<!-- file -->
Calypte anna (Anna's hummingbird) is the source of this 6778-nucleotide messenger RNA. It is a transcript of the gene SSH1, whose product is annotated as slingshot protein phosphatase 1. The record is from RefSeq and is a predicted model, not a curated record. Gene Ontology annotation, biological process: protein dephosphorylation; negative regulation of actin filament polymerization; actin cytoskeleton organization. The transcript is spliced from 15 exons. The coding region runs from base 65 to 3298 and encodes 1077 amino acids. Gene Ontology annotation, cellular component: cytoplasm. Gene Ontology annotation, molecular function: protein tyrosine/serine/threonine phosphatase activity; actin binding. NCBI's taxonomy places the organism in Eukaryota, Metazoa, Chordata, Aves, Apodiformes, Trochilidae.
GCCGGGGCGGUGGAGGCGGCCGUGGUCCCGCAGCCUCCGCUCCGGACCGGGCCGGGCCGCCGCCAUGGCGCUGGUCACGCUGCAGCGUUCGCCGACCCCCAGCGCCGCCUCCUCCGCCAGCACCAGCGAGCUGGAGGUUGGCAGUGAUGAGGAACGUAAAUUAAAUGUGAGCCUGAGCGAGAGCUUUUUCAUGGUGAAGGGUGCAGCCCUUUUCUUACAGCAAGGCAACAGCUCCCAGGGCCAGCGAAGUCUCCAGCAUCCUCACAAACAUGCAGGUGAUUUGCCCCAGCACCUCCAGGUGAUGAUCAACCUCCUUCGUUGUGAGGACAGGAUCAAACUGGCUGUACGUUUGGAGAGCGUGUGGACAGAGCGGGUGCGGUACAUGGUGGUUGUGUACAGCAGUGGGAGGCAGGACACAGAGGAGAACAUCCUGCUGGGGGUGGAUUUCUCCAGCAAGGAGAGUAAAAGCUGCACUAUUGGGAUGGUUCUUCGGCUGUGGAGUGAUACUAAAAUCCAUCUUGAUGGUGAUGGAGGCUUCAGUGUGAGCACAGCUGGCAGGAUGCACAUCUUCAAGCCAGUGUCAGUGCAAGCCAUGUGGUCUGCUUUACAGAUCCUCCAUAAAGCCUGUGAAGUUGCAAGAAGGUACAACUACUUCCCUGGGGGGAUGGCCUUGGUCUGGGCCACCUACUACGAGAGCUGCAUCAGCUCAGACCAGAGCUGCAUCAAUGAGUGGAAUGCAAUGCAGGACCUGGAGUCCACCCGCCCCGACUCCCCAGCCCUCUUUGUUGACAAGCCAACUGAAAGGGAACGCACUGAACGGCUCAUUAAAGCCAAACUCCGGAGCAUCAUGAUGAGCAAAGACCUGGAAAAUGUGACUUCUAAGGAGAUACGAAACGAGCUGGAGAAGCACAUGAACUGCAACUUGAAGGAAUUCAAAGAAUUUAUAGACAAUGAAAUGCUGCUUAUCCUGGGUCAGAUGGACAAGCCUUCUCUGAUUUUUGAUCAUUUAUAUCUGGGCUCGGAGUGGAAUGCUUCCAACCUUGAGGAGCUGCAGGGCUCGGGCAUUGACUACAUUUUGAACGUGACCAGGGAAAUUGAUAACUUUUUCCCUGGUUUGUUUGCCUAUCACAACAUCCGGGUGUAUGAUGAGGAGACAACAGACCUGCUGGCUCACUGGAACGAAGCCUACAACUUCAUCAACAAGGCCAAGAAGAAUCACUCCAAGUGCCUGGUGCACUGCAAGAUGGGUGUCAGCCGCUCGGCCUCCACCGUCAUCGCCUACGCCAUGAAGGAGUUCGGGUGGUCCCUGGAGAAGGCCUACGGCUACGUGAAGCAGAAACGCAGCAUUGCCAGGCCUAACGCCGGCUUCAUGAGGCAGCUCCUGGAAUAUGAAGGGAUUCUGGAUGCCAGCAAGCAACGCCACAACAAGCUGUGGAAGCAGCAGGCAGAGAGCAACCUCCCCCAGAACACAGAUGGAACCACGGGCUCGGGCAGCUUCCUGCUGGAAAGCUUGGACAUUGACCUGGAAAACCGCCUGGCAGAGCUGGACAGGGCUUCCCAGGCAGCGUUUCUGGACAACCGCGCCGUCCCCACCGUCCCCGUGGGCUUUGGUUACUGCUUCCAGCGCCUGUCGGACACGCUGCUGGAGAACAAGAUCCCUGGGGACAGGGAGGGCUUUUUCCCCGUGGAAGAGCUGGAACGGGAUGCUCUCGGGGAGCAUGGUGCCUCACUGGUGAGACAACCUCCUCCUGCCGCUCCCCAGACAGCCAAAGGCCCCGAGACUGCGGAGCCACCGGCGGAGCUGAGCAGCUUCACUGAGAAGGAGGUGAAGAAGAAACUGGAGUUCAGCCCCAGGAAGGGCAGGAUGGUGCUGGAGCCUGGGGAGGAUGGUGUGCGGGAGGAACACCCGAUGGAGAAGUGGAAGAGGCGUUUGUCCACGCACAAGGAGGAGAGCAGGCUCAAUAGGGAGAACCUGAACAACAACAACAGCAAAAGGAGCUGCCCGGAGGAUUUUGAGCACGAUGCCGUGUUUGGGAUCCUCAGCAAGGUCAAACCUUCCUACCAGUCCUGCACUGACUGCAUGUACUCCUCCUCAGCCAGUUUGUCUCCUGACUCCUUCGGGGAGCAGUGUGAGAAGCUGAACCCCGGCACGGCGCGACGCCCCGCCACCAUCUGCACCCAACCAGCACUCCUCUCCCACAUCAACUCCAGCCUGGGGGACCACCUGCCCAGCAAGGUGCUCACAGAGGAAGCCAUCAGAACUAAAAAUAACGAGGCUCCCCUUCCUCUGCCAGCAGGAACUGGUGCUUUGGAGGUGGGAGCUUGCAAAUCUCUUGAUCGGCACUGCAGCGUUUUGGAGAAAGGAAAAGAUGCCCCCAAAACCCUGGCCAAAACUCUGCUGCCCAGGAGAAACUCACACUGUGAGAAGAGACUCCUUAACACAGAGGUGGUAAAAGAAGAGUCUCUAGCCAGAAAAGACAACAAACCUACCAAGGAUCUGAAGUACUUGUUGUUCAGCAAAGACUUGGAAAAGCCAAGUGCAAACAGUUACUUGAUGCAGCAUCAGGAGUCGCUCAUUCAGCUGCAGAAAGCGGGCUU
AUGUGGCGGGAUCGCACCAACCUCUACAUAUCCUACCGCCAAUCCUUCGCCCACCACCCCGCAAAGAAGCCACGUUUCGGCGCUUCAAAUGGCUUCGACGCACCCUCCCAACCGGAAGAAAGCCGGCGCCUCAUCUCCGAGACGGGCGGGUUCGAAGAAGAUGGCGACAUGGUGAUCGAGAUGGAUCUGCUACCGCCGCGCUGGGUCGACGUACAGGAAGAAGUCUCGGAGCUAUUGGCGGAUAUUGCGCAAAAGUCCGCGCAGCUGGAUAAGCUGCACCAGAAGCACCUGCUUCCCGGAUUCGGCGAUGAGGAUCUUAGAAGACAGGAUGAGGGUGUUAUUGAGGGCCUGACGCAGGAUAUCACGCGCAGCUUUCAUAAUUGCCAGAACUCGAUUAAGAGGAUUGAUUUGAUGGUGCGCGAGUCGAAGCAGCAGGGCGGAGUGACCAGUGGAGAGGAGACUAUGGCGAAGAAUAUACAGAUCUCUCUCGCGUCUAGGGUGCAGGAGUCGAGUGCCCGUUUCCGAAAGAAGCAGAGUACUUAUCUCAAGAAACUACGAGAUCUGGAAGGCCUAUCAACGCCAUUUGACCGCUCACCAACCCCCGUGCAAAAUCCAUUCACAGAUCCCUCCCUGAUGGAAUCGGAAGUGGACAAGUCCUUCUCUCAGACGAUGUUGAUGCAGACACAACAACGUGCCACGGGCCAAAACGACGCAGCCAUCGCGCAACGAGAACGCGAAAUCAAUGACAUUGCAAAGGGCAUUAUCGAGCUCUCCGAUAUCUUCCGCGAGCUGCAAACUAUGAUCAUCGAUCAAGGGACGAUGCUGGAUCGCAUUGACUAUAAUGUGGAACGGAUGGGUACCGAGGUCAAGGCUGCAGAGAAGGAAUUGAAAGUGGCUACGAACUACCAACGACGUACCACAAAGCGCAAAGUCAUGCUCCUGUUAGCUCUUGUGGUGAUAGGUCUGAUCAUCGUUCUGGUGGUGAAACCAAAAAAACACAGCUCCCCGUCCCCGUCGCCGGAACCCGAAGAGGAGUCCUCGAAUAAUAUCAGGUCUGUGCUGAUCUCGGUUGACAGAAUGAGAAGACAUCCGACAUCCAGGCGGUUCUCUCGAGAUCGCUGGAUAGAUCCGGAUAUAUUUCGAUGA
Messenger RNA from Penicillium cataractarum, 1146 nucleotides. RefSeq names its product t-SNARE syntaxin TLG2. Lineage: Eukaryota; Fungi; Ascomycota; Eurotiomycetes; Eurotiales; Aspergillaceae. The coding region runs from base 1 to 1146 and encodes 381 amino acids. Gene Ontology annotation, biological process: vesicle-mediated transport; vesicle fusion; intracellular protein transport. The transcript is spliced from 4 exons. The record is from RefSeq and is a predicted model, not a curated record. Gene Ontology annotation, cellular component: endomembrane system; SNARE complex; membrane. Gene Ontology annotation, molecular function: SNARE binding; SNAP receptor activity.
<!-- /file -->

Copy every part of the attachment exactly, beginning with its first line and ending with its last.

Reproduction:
Calypte anna (Anna's hummingbird) is the source of this 6778-nucleotide messenger RNA. It is a transcript of the gene SSH1, whose product is annotated as slingshot protein phosphatase 1. The record is from RefSeq and is a predicted model, not a curated record. Gene Ontology annotation, biological process: protein dephosphorylation; negative regulation of actin filament polymerization; actin cytoskeleton organization. The transcript is spliced from 15 exons. The coding region runs from base 65 to 3298 and encodes 1077 amino acids. Gene Ontology annotation, cellular component: cytoplasm. Gene Ontology annotation, molecular function: protein tyrosine/serine/threonine phosphatase activity; actin binding. NCBI's taxonomy places the organism in Eukaryota, Metazoa, Chordata, Aves, Apodiformes, Trochilidae.
GCCGGGGCGGUGGAGGCGGCCGUGGUCCCGCAGCCUCCGCUCCGGACCGGGCCGGGCCGCCGCCAUGGCGCUGGUCACGCUGCAGCGUUCGCCGACCCCCAGCGCCGCCUCCUCCGCCAGCACCAGCGAGCUGGAGGUUGGCAGUGAUGAGGAACGUAAAUUAAAUGUGAGCCUGAGCGAGAGCUUUUUCAUGGUGAAGGGUGCAGCCCUUUUCUUACAGCAAGGCAACAGCUCCCAGGGCCAGCGAAGUCUCCAGCAUCCUCACAAACAUGCAGGUGAUUUGCCCCAGCACCUCCAGGUGAUGAUCAACCUCCUUCGUUGUGAGGACAGGAUCAAACUGGCUGUACGUUUGGAGAGCGUGUGGACAGAGCGGGUGCGGUACAUGGUGGUUGUGUACAGCAGUGGGAGGCAGGACACAGAGGAGAACAUCCUGCUGGGGGUGGAUUUCUCCAGCAAGGAGAGUAAAAGCUGCACUAUUGGGAUGGUUCUUCGGCUGUGGAGUGAUACUAAAAUCCAUCUUGAUGGUGAUGGAGGCUUCAGUGUGAGCACAGCUGGCAGGAUGCACAUCUUCAAGCCAGUGUCAGUGCAAGCCAUGUGGUCUGCUUUACAGAUCCUCCAUAAAGCCUGUGAAGUUGCAAGAAGGUACAACUACUUCCCUGGGGGGAUGGCCUUGGUCUGGGCCACCUACUACGAGAGCUGCAUCAGCUCAGACCAGAGCUGCAUCAAUGAGUGGAAUGCAAUGCAGGACCUGGAGUCCACCCGCCCCGACUCCCCAGCCCUCUUUGUUGACAAGCCAACUGAAAGGGAACGCACUGAACGGCUCAUUAAAGCCAAACUCCGGAGCAUCAUGAUGAGCAAAGACCUGGAAAAUGUGACUUCUAAGGAGAUACGAAACGAGCUGGAGAAGCACAUGAACUGCAACUUGAAGGAAUUCAAAGAAUUUAUAGACAAUGAAAUGCUGCUUAUCCUGGGUCAGAUGGACAAGCCUUCUCUGAUUUUUGAUCAUUUAUAUCUGGGCUCGGAGUGGAAUGCUUCCAACCUUGAGGAGCUGCAGGGCUCGGGCAUUGACUACAUUUUGAACGUGACCAGGGAAAUUGAUAACUUUUUCCCUGGUUUGUUUGCCUAUCACAACAUCCGGGUGUAUGAUGAGGAGACAACAGACCUGCUGGCUCACUGGAACGAAGCCUACAACUUCAUCAACAAGGCCAAGAAGAAUCACUCCAAGUGCCUGGUGCACUGCAAGAUGGGUGUCAGCCGCUCGGCCUCCACCGUCAUCGCCUACGCCAUGAAGGAGUUCGGGUGGUCCCUGGAGAAGGCCUACGGCUACGUGAAGCAGAAACGCAGCAUUGCCAGGCCUAACGCCGGCUUCAUGAGGCAGCUCCUGGAAUAUGAAGGGAUUCUGGAUGCCAGCAAGCAACGCCACAACAAGCUGUGGAAGCAGCAGGCAGAGAGCAACCUCCCCCAGAACACAGAUGGAACCACGGGCUCGGGCAGCUUCCUGCUGGAAAGCUUGGACAUUGACCUGGAAAACCGCCUGGCAGAGCUGGACAGGGCUUCCCAGGCAGCGUUUCUGGACAACCGCGCCGUCCCCACCGUCCCCGUGGGCUUUGGUUACUGCUUCCAGCGCCUGUCGGACACGCUGCUGGAGAACAAGAUCCCUGGGGACAGGGAGGGCUUUUUCCCCGUGGAAGAGCUGGAACGGGAUGCUCUCGGGGAGCAUGGUGCCUCACUGGUGAGACAACCUCCUCCUGCCGCUCCCCAGACAGCCAAAGGCCCCGAGACUGCGGAGCCACCGGCGGAGCUGAGCAGCUUCACUGAGAAGGAGGUGAAGAAGAAACUGGAGUUCAGCCCCAGGAAGGGCAGGAUGGUGCUGGAGCCUGGGGAGGAUGGUGUGCGGGAGGAACACCCGAUGGAGAAGUGGAAGAGGCGUUUGUCCACGCACAAGGAGGAGAGCAGGCUCAAUAGGGAGAACCUGAACAACAACAACAGCAAAAGGAGCUGCCCGGAGGAUUUUGAGCACGAUGCCGUGUUUGGGAUCCUCAGCAAGGUCAAACCUUCCUACCAGUCCUGCACUGACUGCAUGUACUCCUCCUCAGCCAGUUUGUCUCCUGACUCCUUCGGGGAGCAGUGUGAGAAGCUGAACCCCGGCACGGCGCGACGCCCCGCCACCAUCUGCACCCAACCAGCACUCCUCUCCCACAUCAACUCCAGCCUGGGGGACCACCUGCCCAGCAAGGUGCUCACAGAGGAAGCCAUCAGAACUAAAAAUAACGAGGCUCCCCUUCCUCUGCCAGCAGGAACUGGUGCUUUGGAGGUGGGAGCUUGCAAAUCUCUUGAUCGGCACUGCAGCGUUUUGGAGAAAGGAAAAGAUGCCCCCAAAACCCUGGCCAAAACUCUGCUGCCCAGGAGAAACUCACACUGUGAGAAGAGACUCCUUAACACAGAGGUGGUAAAAGAAGAGUCUCUAGCCAGAAAAGACAACAAACCUACCAAGGAUCUGAAGUACUUGUUGUUCAGCAAAGACUUGGAAAAGCCAAGUGCAAACAGUUACUUGAUGCAGCAUCAGGAGUCGCUCAUUCAGCUGCAGAAAGCGGGCUU
AUGUGGCGGGAUCGCACCAACCUCUACAUAUCCUACCGCCAAUCCUUCGCCCACCACCCCGCAAAGAAGCCACGUUUCGGCGCUUCAAAUGGCUUCGACGCACCCUCCCAACCGGAAGAAAGCCGGCGCCUCAUCUCCGAGACGGGCGGGUUCGAAGAAGAUGGCGACAUGGUGAUCGAGAUGGAUCUGCUACCGCCGCGCUGGGUCGACGUACAGGAAGAAGUCUCGGAGCUAUUGGCGGAUAUUGCGCAAAAGUCCGCGCAGCUGGAUAAGCUGCACCAGAAGCACCUGCUUCCCGGAUUCGGCGAUGAGGAUCUUAGAAGACAGGAUGAGGGUGUUAUUGAGGGCCUGACGCAGGAUAUCACGCGCAGCUUUCAUAAUUGCCAGAACUCGAUUAAGAGGAUUGAUUUGAUGGUGCGCGAGUCGAAGCAGCAGGGCGGAGUGACCAGUGGAGAGGAGACUAUGGCGAAGAAUAUACAGAUCUCUCUCGCGUCUAGGGUGCAGGAGUCGAGUGCCCGUUUCCGAAAGAAGCAGAGUACUUAUCUCAAGAAACUACGAGAUCUGGAAGGCCUAUCAACGCCAUUUGACCGCUCACCAACCCCCGUGCAAAAUCCAUUCACAGAUCCCUCCCUGAUGGAAUCGGAAGUGGACAAGUCCUUCUCUCAGACGAUGUUGAUGCAGACACAACAACGUGCCACGGGCCAAAACGACGCAGCCAUCGCGCAACGAGAACGCGAAAUCAAUGACAUUGCAAAGGGCAUUAUCGAGCUCUCCGAUAUCUUCCGCGAGCUGCAAACUAUGAUCAUCGAUCAAGGGACGAUGCUGGAUCGCAUUGACUAUAAUGUGGAACGGAUGGGUACCGAGGUCAAGGCUGCAGAGAAGGAAUUGAAAGUGGCUACGAACUACCAACGACGUACCACAAAGCGCAAAGUCAUGCUCCUGUUAGCUCUUGUGGUGAUAGGUCUGAUCAUCGUUCUGGUGGUGAAACCAAAAAAACACAGCUCCCCGUCCCCGUCGCCGGAACCCGAAGAGGAGUCCUCGAAUAAUAUCAGGUCUGUGCUGAUCUCGGUUGACAGAAUGAGAAGACAUCCGACAUCCAGGCGGUUCUCUCGAGAUCGCUGGAUAGAUCCGGAUAUAUUUCGAUGA
Messenger RNA from Penicillium cataractarum, 1146 nucleotides. RefSeq names its product t-SNARE syntaxin TLG2. Lineage: Eukaryota; Fungi; Ascomycota; Eurotiomycetes; Eurotiales; Aspergillaceae. The coding region runs from base 1 to 1146 and encodes 381 amino acids. Gene Ontology annotation, biological process: vesicle-mediated transport; vesicle fusion; intracellular protein transport. The transcript is spliced from 4 exons. The record is from RefSeq and is a predicted model, not a curated record. Gene Ontology annotation, cellular component: endomembrane system; SNARE complex; membrane. Gene Ontology annotation, molecular function: SNARE binding; SNAP receptor activity.